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The Supreme Court today declined to pass any orders on the entry of women to the Sabarimala temple till the decision of the seven-Judge Bench on larger issues connected with the same is passed.
The Bench of Chief Justice of India SA Bobde with Justices BR Gavai and Surya Kant today said that it is exercising its discretion at this point not to pass any orders.
“There’s no doubt about the judgment (of 2018), nor about the fact that an issue is referred to a larger Bench and that Bench has not been constituted yet…. The practice has been going on for 1000s of years. Balance of convenience is that we do not pass such an order today,” CJI Bobde said.
Senior Counsel Colin Gonsalves, appearing for activist Rehana Fatima, told the Court that this would send a wrong signal. Senior Counsel Indira Jaising, representing activist Bindu Ammini told the Court that a reference to a larger Bench does not translate into a stay on the operation of the order.
In response, CJI Bobde said,
“In our country, the situation has become very explosive. This is one of those issues where we don’t want any violence… It is equally true that this is not the last word.
…Nobody’s right is being taken away… There is something very emotive in this matter and that’s probably the reason that led to the Court to refer it to a larger Bench.”
The Court, however, was told that Bindu Ammini was granted protection by the Court last year. In view of the same, Jaising urged the Court to extend the protection in light of the threats faced by Ammini. Additionally, Gonsalves also apprised the Court of the threats of violence faced by Rehana Fatima, both online and offline.
The Court thus, extended the protection that was granted earlier to activist Bindu Ammini. Further, it directed for the threats received by Rehana Fatima to be assessed and evaluated and protection to be granted to her, should she apply for it.
CJI Bobde also made an assurance that he would endeavor to constitute the seven-Judge Bench as early as possible.
The Sabarimala case had taken an interesting turn last month when the Supreme Court declined to pronounce its final word on the review petitions filed challenging its 2018 judgment allowing women into the temple. Instead, it chose to keep the matter pending in view of the possibility that larger issues pertaining to the Essential Religious Practices Test, the interplay between Articles 25 and 26 on one hand and Article 14 on the other and the conflict between the judgments in the Shirur Mutt case and Durgah Committee case may be decided by a larger Bench.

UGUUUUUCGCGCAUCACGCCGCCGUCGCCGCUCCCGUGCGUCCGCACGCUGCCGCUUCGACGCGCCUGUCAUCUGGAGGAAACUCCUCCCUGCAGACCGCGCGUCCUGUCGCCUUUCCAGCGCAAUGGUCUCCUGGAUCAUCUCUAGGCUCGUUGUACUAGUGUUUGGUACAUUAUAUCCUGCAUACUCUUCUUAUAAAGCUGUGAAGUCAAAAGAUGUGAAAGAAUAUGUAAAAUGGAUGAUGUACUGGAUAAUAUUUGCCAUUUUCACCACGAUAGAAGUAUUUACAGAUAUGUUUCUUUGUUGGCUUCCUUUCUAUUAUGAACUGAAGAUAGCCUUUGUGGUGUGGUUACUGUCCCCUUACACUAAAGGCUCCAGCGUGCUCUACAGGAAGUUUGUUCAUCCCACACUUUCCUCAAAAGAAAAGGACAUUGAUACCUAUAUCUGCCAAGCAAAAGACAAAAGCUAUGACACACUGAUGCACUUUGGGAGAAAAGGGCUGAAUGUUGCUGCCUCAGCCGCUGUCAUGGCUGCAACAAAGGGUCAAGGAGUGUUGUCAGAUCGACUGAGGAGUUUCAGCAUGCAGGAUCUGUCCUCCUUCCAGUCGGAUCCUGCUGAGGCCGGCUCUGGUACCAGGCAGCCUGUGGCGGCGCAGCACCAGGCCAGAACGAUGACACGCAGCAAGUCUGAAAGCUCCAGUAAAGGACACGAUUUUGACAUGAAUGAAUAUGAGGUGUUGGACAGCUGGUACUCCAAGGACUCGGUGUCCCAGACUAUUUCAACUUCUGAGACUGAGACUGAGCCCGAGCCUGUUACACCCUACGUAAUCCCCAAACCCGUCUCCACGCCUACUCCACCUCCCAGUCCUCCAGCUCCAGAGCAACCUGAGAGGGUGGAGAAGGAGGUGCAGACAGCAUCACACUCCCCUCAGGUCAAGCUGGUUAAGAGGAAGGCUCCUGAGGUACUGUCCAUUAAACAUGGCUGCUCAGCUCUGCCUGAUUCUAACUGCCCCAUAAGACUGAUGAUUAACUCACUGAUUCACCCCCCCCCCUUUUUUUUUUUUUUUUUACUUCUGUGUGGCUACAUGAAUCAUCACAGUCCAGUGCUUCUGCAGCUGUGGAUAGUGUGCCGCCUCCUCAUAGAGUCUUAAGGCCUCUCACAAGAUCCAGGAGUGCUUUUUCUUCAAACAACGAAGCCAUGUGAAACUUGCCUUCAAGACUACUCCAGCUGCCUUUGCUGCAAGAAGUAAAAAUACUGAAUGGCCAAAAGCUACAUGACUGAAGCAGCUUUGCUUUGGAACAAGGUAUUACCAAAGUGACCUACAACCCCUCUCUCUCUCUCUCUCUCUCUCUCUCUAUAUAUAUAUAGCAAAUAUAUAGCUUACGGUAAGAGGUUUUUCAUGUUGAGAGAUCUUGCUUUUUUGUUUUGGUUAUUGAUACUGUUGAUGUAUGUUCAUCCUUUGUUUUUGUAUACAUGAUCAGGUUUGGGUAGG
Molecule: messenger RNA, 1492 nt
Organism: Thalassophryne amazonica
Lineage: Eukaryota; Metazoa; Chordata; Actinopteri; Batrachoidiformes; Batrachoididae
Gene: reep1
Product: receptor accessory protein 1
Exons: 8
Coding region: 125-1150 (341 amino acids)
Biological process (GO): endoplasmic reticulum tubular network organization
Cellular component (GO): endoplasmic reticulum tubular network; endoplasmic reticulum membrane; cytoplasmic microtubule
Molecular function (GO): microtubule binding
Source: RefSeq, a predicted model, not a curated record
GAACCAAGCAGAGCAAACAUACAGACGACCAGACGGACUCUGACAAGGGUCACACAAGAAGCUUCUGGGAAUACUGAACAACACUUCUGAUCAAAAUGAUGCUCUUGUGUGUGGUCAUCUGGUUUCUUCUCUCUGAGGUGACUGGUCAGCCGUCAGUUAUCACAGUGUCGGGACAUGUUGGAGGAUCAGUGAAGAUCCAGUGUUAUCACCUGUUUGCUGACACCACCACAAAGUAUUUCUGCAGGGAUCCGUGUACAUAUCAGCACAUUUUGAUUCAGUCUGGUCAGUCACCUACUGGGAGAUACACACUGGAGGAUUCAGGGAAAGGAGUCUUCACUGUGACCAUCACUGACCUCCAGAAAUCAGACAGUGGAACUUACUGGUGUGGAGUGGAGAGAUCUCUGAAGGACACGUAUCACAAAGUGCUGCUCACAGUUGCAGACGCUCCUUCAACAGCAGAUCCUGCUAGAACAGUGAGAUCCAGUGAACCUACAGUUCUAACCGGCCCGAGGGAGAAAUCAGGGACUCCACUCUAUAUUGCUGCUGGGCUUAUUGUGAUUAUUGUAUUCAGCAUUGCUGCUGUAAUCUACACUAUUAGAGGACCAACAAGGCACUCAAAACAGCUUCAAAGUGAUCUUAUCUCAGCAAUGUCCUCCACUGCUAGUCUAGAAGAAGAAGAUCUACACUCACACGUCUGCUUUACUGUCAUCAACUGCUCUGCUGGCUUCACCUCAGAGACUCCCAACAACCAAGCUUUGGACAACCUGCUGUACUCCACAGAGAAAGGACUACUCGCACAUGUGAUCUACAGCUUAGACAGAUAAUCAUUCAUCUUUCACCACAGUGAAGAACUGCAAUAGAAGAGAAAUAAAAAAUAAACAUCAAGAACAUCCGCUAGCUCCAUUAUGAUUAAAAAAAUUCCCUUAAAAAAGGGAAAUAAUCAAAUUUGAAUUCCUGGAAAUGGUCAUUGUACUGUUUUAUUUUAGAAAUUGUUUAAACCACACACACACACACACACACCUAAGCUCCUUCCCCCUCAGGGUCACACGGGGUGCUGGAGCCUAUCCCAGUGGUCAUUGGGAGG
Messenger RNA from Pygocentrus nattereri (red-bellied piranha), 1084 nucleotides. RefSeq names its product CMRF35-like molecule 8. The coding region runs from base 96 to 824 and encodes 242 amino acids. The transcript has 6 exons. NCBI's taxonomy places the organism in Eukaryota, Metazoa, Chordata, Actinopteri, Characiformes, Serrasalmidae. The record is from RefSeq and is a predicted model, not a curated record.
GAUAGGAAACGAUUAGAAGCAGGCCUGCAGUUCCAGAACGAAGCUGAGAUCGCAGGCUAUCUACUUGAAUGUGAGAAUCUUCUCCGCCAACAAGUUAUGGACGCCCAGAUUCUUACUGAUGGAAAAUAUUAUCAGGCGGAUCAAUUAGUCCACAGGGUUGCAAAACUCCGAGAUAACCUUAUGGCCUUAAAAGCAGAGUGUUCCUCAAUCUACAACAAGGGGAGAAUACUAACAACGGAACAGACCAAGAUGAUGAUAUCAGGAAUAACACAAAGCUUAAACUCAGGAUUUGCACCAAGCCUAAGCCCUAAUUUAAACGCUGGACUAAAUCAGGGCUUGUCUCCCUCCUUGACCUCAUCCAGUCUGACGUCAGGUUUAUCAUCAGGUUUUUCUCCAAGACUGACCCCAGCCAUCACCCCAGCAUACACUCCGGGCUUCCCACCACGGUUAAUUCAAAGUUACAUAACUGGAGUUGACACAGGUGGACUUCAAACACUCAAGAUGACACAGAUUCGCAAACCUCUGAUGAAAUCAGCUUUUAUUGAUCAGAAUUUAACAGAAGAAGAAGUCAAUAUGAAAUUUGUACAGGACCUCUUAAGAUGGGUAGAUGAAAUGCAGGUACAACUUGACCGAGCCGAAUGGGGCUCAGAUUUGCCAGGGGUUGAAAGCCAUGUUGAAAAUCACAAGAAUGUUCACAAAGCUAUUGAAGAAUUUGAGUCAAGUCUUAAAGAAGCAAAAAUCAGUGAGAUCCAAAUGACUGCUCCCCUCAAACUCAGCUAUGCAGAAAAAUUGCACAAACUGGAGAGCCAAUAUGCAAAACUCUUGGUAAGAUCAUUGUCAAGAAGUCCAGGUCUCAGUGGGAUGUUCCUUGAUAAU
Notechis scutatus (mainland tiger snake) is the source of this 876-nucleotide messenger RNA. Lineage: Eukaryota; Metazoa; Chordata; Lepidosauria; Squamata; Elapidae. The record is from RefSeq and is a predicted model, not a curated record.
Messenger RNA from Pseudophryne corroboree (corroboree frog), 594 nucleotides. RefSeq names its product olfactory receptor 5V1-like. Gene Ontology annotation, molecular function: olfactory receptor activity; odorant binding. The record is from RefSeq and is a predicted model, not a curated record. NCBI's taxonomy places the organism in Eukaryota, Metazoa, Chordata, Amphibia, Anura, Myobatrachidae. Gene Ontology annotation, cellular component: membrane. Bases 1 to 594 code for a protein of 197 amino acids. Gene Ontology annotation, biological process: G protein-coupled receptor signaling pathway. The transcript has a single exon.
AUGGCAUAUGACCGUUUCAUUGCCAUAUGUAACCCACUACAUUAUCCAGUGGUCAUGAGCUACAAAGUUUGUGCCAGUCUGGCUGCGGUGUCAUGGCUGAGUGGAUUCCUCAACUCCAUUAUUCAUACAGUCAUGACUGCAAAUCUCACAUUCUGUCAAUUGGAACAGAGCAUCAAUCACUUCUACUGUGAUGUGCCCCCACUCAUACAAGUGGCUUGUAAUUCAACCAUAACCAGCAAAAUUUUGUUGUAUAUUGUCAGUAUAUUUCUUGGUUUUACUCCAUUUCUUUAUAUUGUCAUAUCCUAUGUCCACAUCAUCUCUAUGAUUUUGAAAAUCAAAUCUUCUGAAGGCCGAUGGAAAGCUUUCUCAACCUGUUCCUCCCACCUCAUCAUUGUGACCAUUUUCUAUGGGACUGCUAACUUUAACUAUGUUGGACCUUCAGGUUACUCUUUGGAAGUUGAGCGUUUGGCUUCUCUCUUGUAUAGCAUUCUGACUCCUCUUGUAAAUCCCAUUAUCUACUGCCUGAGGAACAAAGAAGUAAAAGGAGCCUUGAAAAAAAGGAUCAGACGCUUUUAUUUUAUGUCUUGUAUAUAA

In the meanwhile, the Ammini and Fatima approached the Court, aggrieved by security threats received against their entry to Sabarimala the temple this year. An application filed by Ammini in this regard stated that the State of Kerala has “openly taken a stand in defiance of the Judgment” delivered in September 2018 by a five-Judge Bench led by then Chief Justice of India Dipak Misra.
Ammini submitted that when she attempted to take a pilgrimage to the Sabarimala Temple on November 26 this year, she was attacked with chemical substances in front of the Office of the Commissioner of Police of Ernakulam District. She claims that the State Police failed to give her adequate protection. While detailing the ordeal she went through, the applicant has also argued that the police and state officials are in “gross contempt” of the orders of the Court and have acted against the mandate of Article 144 of the Constitution.
In a separate application by one Rehana Fatima, similar concerns of safety have been raised. Fatima has also prayed for protection, apart from seeking directions to the Police to register FIRs in case of any threats to her, including those made on social media.